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Showing all Writing & Publishing news in Reviews
Kenden Alfond says her organisation, Jewish Food Hero, is inclusive of all religions and cultures, but highlights Jewish tradition.
The plot of The Overnight Kidnapper will puzzle most readers and keep them guessing to the end.
This is not a science fiction novel but rather an exuberant account of two young people discovering life in Mexico City.
A fantastic introduction for serious fiction readers and a panoramic view of one of Melbourne's most important literary characters.
The strange and dangerous psychological space Tiffany inhabits focuses on small details that make up the whole.
Guillaume's debut YA novel chooses to uplift rather than shoot teenagers in a barrel. And that's laudable.
Howard traces the development of his characters with a deceptively light touch and a fine sense of humour.
Monica Tan wanted to gain a deeper understanding of what it means to be an Australian and whether she could ever identify as such.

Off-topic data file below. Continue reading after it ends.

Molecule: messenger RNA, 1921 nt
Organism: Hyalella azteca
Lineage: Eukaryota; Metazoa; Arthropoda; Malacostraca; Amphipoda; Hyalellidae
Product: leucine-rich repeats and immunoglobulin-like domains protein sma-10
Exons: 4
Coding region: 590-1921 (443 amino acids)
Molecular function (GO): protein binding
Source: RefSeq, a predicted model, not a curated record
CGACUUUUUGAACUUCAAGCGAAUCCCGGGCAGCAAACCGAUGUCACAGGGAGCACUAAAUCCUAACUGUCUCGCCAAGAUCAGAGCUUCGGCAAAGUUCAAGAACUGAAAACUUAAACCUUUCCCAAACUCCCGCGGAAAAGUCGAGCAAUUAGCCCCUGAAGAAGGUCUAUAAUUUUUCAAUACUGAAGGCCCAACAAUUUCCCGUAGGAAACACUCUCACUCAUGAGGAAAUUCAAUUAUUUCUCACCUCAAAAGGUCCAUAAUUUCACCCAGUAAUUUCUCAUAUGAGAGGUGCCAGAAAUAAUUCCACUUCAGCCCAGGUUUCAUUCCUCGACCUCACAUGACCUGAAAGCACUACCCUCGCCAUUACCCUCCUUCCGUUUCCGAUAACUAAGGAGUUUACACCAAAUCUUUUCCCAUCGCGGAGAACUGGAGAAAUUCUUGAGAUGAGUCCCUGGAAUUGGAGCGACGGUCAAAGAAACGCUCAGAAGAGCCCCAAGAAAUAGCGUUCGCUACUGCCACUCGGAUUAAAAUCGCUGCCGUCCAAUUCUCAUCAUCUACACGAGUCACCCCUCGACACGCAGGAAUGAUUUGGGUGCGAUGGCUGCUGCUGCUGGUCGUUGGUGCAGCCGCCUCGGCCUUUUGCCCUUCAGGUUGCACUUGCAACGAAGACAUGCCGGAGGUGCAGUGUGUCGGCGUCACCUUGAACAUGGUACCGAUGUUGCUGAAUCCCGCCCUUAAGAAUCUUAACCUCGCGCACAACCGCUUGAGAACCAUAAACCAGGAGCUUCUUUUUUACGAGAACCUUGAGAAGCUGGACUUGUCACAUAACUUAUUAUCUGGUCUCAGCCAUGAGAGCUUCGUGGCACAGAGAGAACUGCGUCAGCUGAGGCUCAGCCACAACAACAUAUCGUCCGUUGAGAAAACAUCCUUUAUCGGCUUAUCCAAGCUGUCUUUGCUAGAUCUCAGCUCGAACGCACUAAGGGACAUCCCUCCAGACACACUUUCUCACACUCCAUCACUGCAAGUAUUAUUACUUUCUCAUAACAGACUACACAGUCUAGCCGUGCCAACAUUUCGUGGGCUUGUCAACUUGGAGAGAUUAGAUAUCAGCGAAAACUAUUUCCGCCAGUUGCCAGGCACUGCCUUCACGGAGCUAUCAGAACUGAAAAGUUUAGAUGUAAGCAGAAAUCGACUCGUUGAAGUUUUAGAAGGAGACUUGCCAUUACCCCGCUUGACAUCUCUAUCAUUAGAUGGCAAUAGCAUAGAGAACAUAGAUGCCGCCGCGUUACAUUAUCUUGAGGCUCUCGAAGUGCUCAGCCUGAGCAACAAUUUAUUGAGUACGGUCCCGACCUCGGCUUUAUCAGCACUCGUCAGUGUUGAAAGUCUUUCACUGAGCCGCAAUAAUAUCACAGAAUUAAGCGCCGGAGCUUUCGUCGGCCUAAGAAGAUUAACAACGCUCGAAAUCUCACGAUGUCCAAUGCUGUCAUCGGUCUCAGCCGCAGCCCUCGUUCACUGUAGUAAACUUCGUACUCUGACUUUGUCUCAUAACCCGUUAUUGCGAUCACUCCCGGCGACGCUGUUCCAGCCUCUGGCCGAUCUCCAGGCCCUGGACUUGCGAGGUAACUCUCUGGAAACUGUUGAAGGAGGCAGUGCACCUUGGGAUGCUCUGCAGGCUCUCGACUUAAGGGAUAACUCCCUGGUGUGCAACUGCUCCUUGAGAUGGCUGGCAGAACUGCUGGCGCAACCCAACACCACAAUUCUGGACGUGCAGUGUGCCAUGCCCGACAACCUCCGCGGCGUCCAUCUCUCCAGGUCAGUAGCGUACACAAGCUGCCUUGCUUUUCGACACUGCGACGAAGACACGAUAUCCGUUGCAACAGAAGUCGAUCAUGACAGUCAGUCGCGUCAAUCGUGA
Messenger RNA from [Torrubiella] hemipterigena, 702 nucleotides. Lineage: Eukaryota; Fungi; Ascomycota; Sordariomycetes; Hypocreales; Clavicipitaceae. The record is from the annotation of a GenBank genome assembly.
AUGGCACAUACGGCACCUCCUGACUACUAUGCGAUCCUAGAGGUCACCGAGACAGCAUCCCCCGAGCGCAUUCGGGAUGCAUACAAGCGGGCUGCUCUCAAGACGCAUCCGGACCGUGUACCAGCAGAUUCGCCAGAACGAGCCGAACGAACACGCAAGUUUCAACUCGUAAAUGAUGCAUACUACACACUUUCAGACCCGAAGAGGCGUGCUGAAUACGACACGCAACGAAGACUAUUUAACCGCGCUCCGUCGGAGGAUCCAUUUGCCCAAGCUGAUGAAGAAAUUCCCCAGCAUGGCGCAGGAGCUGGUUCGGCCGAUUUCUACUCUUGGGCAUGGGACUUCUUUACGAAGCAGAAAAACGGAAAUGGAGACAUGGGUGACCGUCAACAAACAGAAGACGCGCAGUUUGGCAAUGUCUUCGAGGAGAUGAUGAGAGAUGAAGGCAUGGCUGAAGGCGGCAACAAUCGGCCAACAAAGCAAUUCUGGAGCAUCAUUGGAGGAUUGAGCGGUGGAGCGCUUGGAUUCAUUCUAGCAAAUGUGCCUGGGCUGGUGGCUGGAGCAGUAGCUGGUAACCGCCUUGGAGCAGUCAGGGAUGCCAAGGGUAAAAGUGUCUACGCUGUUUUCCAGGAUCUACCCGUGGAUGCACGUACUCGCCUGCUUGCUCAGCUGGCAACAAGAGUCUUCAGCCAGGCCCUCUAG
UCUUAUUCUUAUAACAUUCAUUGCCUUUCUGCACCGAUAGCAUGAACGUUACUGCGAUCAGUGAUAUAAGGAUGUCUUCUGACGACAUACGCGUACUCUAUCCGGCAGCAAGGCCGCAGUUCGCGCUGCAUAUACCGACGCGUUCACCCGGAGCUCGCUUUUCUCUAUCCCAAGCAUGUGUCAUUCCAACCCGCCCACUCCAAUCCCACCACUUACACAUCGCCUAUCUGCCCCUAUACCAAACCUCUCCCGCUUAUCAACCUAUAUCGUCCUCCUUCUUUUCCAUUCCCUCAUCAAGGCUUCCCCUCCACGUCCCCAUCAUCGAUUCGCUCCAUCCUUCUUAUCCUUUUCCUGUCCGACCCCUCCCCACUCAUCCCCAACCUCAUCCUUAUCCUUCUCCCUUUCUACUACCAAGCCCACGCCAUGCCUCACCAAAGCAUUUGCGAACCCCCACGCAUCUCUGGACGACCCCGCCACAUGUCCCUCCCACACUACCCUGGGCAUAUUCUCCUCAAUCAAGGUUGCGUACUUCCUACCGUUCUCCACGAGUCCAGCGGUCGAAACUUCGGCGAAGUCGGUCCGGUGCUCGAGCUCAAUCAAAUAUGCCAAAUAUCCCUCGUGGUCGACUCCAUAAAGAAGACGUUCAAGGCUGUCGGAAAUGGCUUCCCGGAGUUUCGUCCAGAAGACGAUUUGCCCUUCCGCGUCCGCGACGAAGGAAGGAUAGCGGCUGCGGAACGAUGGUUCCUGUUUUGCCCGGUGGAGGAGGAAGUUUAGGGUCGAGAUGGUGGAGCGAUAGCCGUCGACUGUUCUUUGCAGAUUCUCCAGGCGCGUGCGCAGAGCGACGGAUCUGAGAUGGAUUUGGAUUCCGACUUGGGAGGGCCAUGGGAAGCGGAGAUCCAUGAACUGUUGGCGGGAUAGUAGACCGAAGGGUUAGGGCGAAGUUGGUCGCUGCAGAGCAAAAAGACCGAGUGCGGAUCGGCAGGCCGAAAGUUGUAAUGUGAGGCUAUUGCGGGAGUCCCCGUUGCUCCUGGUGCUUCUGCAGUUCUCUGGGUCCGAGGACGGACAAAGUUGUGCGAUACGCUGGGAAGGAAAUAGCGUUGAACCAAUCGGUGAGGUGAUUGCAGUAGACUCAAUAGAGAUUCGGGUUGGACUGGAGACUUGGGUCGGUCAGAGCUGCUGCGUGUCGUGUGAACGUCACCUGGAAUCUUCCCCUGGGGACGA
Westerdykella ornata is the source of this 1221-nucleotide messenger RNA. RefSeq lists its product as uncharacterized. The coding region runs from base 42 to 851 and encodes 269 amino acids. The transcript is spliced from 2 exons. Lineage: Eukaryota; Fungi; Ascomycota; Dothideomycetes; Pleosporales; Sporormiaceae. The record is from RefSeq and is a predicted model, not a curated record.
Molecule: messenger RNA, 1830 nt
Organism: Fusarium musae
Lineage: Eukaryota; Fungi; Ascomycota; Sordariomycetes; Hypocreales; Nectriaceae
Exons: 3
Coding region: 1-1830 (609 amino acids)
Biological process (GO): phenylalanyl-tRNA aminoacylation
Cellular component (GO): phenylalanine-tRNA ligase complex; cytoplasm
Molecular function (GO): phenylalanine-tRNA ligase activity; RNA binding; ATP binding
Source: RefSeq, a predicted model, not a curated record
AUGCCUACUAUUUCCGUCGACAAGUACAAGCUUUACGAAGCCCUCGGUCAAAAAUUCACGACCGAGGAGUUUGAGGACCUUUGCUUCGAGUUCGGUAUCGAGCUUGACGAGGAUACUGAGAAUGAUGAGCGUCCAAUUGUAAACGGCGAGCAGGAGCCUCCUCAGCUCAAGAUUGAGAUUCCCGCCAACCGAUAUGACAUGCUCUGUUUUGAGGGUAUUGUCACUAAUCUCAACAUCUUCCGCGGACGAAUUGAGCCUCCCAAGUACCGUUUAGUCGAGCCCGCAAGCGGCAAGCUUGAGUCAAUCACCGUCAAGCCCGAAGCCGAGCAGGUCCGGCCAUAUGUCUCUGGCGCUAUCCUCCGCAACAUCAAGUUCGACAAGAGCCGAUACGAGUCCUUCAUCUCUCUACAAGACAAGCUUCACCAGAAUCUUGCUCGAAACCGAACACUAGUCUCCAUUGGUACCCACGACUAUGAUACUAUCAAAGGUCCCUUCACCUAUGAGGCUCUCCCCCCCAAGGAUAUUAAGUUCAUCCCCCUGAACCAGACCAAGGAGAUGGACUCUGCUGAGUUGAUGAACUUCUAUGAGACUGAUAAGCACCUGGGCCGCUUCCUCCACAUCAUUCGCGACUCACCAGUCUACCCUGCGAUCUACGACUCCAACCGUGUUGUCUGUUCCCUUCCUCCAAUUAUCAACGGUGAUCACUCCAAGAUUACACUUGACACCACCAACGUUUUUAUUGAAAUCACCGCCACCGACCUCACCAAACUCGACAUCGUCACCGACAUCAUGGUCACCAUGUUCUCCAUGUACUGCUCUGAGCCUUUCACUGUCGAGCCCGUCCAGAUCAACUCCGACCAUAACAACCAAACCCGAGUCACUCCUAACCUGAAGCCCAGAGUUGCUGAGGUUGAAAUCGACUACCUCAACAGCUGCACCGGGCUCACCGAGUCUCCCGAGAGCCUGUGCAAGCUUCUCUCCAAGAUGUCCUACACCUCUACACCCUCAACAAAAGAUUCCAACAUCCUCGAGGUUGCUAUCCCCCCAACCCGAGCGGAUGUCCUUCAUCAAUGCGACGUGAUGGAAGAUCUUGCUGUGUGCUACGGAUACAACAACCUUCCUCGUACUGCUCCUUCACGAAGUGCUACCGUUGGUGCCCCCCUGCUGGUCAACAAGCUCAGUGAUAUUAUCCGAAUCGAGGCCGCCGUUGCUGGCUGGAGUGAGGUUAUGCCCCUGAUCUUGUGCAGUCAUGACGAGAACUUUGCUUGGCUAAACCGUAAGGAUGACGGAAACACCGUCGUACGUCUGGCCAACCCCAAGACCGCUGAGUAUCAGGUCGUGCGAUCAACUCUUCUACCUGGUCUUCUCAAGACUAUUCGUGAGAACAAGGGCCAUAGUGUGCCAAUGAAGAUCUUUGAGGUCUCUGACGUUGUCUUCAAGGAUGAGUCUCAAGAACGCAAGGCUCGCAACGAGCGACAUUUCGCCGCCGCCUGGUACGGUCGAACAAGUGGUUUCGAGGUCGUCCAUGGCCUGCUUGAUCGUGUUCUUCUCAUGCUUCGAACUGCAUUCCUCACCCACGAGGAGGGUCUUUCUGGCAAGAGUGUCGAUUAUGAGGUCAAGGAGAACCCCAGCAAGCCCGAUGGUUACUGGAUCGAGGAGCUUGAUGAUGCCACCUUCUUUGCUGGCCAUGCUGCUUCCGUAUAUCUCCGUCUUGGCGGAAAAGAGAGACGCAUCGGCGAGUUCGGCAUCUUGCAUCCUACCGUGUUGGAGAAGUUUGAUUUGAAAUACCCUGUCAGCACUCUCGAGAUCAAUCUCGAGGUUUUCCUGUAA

A diverse range of styles, voices and topics explore Australia in the Anthropocene age.
This dystopian novel pictures a future where England is protected by the ’National Coastal Defence Structure’ known as 'the Wall'.
This book records a significant and rare achievement – the building of a beautiful, modern, architect-designed place of worship.
Beside Myself is fiction at its highest purpose – a debut novel that comes straight from the gates like a raging bull.
Saunders uses Fox 8’s voice to tell a fascinating bedtime story while pleading for the preservation of endangered species.
This murder mystery is a Sunday Times bestseller. It won the Costa First Novel award and the Books are My Bag award.
Reading one of Malcolm’s essays is more like reading a short story than a newspaper article.
Adelaide’s sharp, casual, to-the-point sentences are both silently aesthetic on the page and a pleasure to read aloud.
One of the stories is a spine-chilling reminder of the effect of unintended consequences.
In poems, Dao Strom attacks the origin of the words she’s learned since leaving Vietnam for America.
A book like this, which is about marriage equality and democracy and yet is suitable for children and adults, is an achievement.
From his balcony overlooking Sydney Harbour, Hawke sits down with Rielly to talk love, politics, friends, foes, and death.
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